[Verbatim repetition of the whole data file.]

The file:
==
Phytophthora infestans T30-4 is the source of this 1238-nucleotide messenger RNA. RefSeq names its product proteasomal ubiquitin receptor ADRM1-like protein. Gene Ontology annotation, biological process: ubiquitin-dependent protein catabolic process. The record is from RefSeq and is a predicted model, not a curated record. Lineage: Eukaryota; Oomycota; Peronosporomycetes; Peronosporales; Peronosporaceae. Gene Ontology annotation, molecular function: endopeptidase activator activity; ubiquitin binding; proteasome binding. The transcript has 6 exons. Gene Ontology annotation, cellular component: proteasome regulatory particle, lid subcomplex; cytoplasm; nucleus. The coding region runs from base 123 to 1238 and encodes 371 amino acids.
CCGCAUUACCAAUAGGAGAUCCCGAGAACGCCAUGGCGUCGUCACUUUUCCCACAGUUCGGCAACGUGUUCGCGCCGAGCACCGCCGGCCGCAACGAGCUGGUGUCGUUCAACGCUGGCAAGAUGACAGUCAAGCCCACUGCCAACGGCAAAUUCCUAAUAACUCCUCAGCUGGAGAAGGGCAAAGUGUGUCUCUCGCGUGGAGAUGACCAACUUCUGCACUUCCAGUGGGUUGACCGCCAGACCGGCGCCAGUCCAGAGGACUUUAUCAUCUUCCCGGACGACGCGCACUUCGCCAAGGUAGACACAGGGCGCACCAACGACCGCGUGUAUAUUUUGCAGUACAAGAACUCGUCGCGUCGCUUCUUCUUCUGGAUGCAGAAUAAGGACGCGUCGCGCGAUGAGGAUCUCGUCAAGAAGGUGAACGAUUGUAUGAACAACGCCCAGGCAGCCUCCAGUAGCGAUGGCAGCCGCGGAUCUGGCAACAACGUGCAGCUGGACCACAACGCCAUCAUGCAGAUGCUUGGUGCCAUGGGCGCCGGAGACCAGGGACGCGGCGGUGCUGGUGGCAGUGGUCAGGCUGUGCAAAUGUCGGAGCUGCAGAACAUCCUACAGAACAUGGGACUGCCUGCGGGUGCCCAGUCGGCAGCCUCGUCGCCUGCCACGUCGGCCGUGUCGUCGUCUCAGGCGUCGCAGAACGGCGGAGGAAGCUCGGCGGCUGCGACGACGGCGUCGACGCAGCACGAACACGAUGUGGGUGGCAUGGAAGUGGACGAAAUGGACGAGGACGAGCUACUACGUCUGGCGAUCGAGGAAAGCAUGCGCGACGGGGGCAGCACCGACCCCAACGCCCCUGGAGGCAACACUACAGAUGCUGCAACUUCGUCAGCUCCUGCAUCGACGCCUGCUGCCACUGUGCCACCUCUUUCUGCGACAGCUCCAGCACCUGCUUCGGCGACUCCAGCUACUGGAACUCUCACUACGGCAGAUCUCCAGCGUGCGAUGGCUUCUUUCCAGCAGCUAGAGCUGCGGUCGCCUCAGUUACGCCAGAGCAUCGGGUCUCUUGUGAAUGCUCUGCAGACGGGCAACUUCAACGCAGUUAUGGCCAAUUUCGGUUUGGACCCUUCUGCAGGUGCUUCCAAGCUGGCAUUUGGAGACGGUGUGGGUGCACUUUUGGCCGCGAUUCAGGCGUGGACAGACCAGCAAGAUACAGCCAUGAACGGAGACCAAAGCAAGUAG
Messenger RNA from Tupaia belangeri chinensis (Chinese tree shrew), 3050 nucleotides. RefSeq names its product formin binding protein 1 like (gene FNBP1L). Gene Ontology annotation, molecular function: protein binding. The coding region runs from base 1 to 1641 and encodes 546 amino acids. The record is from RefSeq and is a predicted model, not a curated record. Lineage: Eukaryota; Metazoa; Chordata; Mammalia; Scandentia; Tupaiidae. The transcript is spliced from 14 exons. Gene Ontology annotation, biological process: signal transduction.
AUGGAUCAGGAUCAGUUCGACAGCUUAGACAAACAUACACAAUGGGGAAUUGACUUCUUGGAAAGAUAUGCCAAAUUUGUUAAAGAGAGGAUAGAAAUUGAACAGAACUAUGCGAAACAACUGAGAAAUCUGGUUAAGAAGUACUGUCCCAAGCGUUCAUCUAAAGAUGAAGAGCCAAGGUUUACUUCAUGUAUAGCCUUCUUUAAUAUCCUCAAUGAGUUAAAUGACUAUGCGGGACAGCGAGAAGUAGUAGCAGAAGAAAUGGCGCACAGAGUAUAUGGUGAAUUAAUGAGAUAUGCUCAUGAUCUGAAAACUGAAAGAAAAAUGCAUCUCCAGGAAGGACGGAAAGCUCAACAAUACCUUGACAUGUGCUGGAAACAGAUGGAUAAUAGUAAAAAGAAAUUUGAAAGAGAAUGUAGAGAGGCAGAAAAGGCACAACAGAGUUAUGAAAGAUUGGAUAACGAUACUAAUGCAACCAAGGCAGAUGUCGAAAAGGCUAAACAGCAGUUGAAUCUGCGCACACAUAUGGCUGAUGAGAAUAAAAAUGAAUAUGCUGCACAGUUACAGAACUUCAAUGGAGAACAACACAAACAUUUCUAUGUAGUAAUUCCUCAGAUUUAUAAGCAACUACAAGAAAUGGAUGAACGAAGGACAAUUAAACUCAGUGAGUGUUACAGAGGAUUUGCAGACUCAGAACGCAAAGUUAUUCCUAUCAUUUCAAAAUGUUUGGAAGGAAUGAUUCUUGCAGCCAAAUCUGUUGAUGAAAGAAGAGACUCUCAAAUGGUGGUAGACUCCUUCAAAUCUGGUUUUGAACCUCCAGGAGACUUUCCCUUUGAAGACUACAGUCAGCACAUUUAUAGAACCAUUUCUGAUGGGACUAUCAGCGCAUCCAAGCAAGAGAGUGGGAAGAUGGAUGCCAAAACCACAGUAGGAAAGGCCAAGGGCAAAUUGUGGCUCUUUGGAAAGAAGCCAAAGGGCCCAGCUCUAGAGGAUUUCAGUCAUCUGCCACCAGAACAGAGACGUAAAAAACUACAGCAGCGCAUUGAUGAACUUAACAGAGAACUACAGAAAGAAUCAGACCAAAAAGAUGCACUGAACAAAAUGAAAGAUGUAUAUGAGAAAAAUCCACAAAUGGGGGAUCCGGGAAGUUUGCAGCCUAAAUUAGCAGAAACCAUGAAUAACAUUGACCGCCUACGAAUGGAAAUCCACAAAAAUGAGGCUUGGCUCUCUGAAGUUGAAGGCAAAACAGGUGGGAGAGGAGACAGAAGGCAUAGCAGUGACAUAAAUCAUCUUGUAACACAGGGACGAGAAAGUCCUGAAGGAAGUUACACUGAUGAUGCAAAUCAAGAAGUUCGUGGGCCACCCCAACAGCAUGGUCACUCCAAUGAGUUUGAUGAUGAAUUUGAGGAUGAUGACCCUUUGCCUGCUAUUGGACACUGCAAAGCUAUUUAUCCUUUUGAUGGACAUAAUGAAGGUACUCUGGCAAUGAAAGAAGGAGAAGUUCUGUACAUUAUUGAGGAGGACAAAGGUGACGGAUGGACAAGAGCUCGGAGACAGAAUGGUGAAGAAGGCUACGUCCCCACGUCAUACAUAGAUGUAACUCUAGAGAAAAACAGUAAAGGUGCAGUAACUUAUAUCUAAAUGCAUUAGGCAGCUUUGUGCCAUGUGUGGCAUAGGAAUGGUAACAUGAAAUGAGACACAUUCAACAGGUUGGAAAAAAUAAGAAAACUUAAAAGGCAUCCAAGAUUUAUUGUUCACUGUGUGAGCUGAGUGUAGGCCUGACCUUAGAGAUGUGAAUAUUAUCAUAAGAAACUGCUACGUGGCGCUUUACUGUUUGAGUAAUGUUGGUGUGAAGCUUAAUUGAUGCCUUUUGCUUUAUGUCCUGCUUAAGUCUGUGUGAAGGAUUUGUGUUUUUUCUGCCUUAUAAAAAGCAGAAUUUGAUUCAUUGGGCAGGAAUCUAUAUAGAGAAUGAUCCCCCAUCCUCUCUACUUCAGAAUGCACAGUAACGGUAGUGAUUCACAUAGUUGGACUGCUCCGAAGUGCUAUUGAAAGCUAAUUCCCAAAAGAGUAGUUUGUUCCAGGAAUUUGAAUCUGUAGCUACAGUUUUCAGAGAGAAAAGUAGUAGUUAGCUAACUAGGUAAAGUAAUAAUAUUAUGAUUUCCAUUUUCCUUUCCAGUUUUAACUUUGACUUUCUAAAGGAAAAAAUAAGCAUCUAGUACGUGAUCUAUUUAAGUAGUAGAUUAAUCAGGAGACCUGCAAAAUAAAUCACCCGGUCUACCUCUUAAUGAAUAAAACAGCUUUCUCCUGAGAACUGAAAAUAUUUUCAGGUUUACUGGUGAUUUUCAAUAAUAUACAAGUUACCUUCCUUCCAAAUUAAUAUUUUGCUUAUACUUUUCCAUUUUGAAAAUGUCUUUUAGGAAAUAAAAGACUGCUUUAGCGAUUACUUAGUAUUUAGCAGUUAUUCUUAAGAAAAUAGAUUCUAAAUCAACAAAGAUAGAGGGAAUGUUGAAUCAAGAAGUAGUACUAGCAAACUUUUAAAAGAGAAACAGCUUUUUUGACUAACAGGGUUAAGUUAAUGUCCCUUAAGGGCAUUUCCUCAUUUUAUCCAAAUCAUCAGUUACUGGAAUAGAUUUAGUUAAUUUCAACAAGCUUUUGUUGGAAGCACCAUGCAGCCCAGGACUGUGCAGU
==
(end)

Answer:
Phytophthora infestans T30-4 is the source of this 1238-nucleotide messenger RNA. RefSeq names its product proteasomal ubiquitin receptor ADRM1-like protein. Gene Ontology annotation, biological process: ubiquitin-dependent protein catabolic process. The record is from RefSeq and is a predicted model, not a curated record. Lineage: Eukaryota; Oomycota; Peronosporomycetes; Peronosporales; Peronosporaceae. Gene Ontology annotation, molecular function: endopeptidase activator activity; ubiquitin binding; proteasome binding. The transcript has 6 exons. Gene Ontology annotation, cellular component: proteasome regulatory particle, lid subcomplex; cytoplasm; nucleus. The coding region runs from base 123 to 1238 and encodes 371 amino acids.
CCGCAUUACCAAUAGGAGAUCCCGAGAACGCCAUGGCGUCGUCACUUUUCCCACAGUUCGGCAACGUGUUCGCGCCGAGCACCGCCGGCCGCAACGAGCUGGUGUCGUUCAACGCUGGCAAGAUGACAGUCAAGCCCACUGCCAACGGCAAAUUCCUAAUAACUCCUCAGCUGGAGAAGGGCAAAGUGUGUCUCUCGCGUGGAGAUGACCAACUUCUGCACUUCCAGUGGGUUGACCGCCAGACCGGCGCCAGUCCAGAGGACUUUAUCAUCUUCCCGGACGACGCGCACUUCGCCAAGGUAGACACAGGGCGCACCAACGACCGCGUGUAUAUUUUGCAGUACAAGAACUCGUCGCGUCGCUUCUUCUUCUGGAUGCAGAAUAAGGACGCGUCGCGCGAUGAGGAUCUCGUCAAGAAGGUGAACGAUUGUAUGAACAACGCCCAGGCAGCCUCCAGUAGCGAUGGCAGCCGCGGAUCUGGCAACAACGUGCAGCUGGACCACAACGCCAUCAUGCAGAUGCUUGGUGCCAUGGGCGCCGGAGACCAGGGACGCGGCGGUGCUGGUGGCAGUGGUCAGGCUGUGCAAAUGUCGGAGCUGCAGAACAUCCUACAGAACAUGGGACUGCCUGCGGGUGCCCAGUCGGCAGCCUCGUCGCCUGCCACGUCGGCCGUGUCGUCGUCUCAGGCGUCGCAGAACGGCGGAGGAAGCUCGGCGGCUGCGACGACGGCGUCGACGCAGCACGAACACGAUGUGGGUGGCAUGGAAGUGGACGAAAUGGACGAGGACGAGCUACUACGUCUGGCGAUCGAGGAAAGCAUGCGCGACGGGGGCAGCACCGACCCCAACGCCCCUGGAGGCAACACUACAGAUGCUGCAACUUCGUCAGCUCCUGCAUCGACGCCUGCUGCCACUGUGCCACCUCUUUCUGCGACAGCUCCAGCACCUGCUUCGGCGACUCCAGCUACUGGAACUCUCACUACGGCAGAUCUCCAGCGUGCGAUGGCUUCUUUCCAGCAGCUAGAGCUGCGGUCGCCUCAGUUACGCCAGAGCAUCGGGUCUCUUGUGAAUGCUCUGCAGACGGGCAACUUCAACGCAGUUAUGGCCAAUUUCGGUUUGGACCCUUCUGCAGGUGCUUCCAAGCUGGCAUUUGGAGACGGUGUGGGUGCACUUUUGGCCGCGAUUCAGGCGUGGACAGACCAGCAAGAUACAGCCAUGAACGGAGACCAAAGCAAGUAG
Messenger RNA from Tupaia belangeri chinensis (Chinese tree shrew), 3050 nucleotides. RefSeq names its product formin binding protein 1 like (gene FNBP1L). Gene Ontology annotation, molecular function: protein binding. The coding region runs from base 1 to 1641 and encodes 546 amino acids. The record is from RefSeq and is a predicted model, not a curated record. Lineage: Eukaryota; Metazoa; Chordata; Mammalia; Scandentia; Tupaiidae. The transcript is spliced from 14 exons. Gene Ontology annotation, biological process: signal transduction.
AUGGAUCAGGAUCAGUUCGACAGCUUAGACAAACAUACACAAUGGGGAAUUGACUUCUUGGAAAGAUAUGCCAAAUUUGUUAAAGAGAGGAUAGAAAUUGAACAGAACUAUGCGAAACAACUGAGAAAUCUGGUUAAGAAGUACUGUCCCAAGCGUUCAUCUAAAGAUGAAGAGCCAAGGUUUACUUCAUGUAUAGCCUUCUUUAAUAUCCUCAAUGAGUUAAAUGACUAUGCGGGACAGCGAGAAGUAGUAGCAGAAGAAAUGGCGCACAGAGUAUAUGGUGAAUUAAUGAGAUAUGCUCAUGAUCUGAAAACUGAAAGAAAAAUGCAUCUCCAGGAAGGACGGAAAGCUCAACAAUACCUUGACAUGUGCUGGAAACAGAUGGAUAAUAGUAAAAAGAAAUUUGAAAGAGAAUGUAGAGAGGCAGAAAAGGCACAACAGAGUUAUGAAAGAUUGGAUAACGAUACUAAUGCAACCAAGGCAGAUGUCGAAAAGGCUAAACAGCAGUUGAAUCUGCGCACACAUAUGGCUGAUGAGAAUAAAAAUGAAUAUGCUGCACAGUUACAGAACUUCAAUGGAGAACAACACAAACAUUUCUAUGUAGUAAUUCCUCAGAUUUAUAAGCAACUACAAGAAAUGGAUGAACGAAGGACAAUUAAACUCAGUGAGUGUUACAGAGGAUUUGCAGACUCAGAACGCAAAGUUAUUCCUAUCAUUUCAAAAUGUUUGGAAGGAAUGAUUCUUGCAGCCAAAUCUGUUGAUGAAAGAAGAGACUCUCAAAUGGUGGUAGACUCCUUCAAAUCUGGUUUUGAACCUCCAGGAGACUUUCCCUUUGAAGACUACAGUCAGCACAUUUAUAGAACCAUUUCUGAUGGGACUAUCAGCGCAUCCAAGCAAGAGAGUGGGAAGAUGGAUGCCAAAACCACAGUAGGAAAGGCCAAGGGCAAAUUGUGGCUCUUUGGAAAGAAGCCAAAGGGCCCAGCUCUAGAGGAUUUCAGUCAUCUGCCACCAGAACAGAGACGUAAAAAACUACAGCAGCGCAUUGAUGAACUUAACAGAGAACUACAGAAAGAAUCAGACCAAAAAGAUGCACUGAACAAAAUGAAAGAUGUAUAUGAGAAAAAUCCACAAAUGGGGGAUCCGGGAAGUUUGCAGCCUAAAUUAGCAGAAACCAUGAAUAACAUUGACCGCCUACGAAUGGAAAUCCACAAAAAUGAGGCUUGGCUCUCUGAAGUUGAAGGCAAAACAGGUGGGAGAGGAGACAGAAGGCAUAGCAGUGACAUAAAUCAUCUUGUAACACAGGGACGAGAAAGUCCUGAAGGAAGUUACACUGAUGAUGCAAAUCAAGAAGUUCGUGGGCCACCCCAACAGCAUGGUCACUCCAAUGAGUUUGAUGAUGAAUUUGAGGAUGAUGACCCUUUGCCUGCUAUUGGACACUGCAAAGCUAUUUAUCCUUUUGAUGGACAUAAUGAAGGUACUCUGGCAAUGAAAGAAGGAGAAGUUCUGUACAUUAUUGAGGAGGACAAAGGUGACGGAUGGACAAGAGCUCGGAGACAGAAUGGUGAAGAAGGCUACGUCCCCACGUCAUACAUAGAUGUAACUCUAGAGAAAAACAGUAAAGGUGCAGUAACUUAUAUCUAAAUGCAUUAGGCAGCUUUGUGCCAUGUGUGGCAUAGGAAUGGUAACAUGAAAUGAGACACAUUCAACAGGUUGGAAAAAAUAAGAAAACUUAAAAGGCAUCCAAGAUUUAUUGUUCACUGUGUGAGCUGAGUGUAGGCCUGACCUUAGAGAUGUGAAUAUUAUCAUAAGAAACUGCUACGUGGCGCUUUACUGUUUGAGUAAUGUUGGUGUGAAGCUUAAUUGAUGCCUUUUGCUUUAUGUCCUGCUUAAGUCUGUGUGAAGGAUUUGUGUUUUUUCUGCCUUAUAAAAAGCAGAAUUUGAUUCAUUGGGCAGGAAUCUAUAUAGAGAAUGAUCCCCCAUCCUCUCUACUUCAGAAUGCACAGUAACGGUAGUGAUUCACAUAGUUGGACUGCUCCGAAGUGCUAUUGAAAGCUAAUUCCCAAAAGAGUAGUUUGUUCCAGGAAUUUGAAUCUGUAGCUACAGUUUUCAGAGAGAAAAGUAGUAGUUAGCUAACUAGGUAAAGUAAUAAUAUUAUGAUUUCCAUUUUCCUUUCCAGUUUUAACUUUGACUUUCUAAAGGAAAAAAUAAGCAUCUAGUACGUGAUCUAUUUAAGUAGUAGAUUAAUCAGGAGACCUGCAAAAUAAAUCACCCGGUCUACCUCUUAAUGAAUAAAACAGCUUUCUCCUGAGAACUGAAAAUAUUUUCAGGUUUACUGGUGAUUUUCAAUAAUAUACAAGUUACCUUCCUUCCAAAUUAAUAUUUUGCUUAUACUUUUCCAUUUUGAAAAUGUCUUUUAGGAAAUAAAAGACUGCUUUAGCGAUUACUUAGUAUUUAGCAGUUAUUCUUAAGAAAAUAGAUUCUAAAUCAACAAAGAUAGAGGGAAUGUUGAAUCAAGAAGUAGUACUAGCAAACUUUUAAAAGAGAAACAGCUUUUUUGACUAACAGGGUUAAGUUAAUGUCCCUUAAGGGCAUUUCCUCAUUUUAUCCAAAUCAUCAGUUACUGGAAUAGAUUUAGUUAAUUUCAACAAGCUUUUGUUGGAAGCACCAUGCAGCCCAGGACUGUGCAGU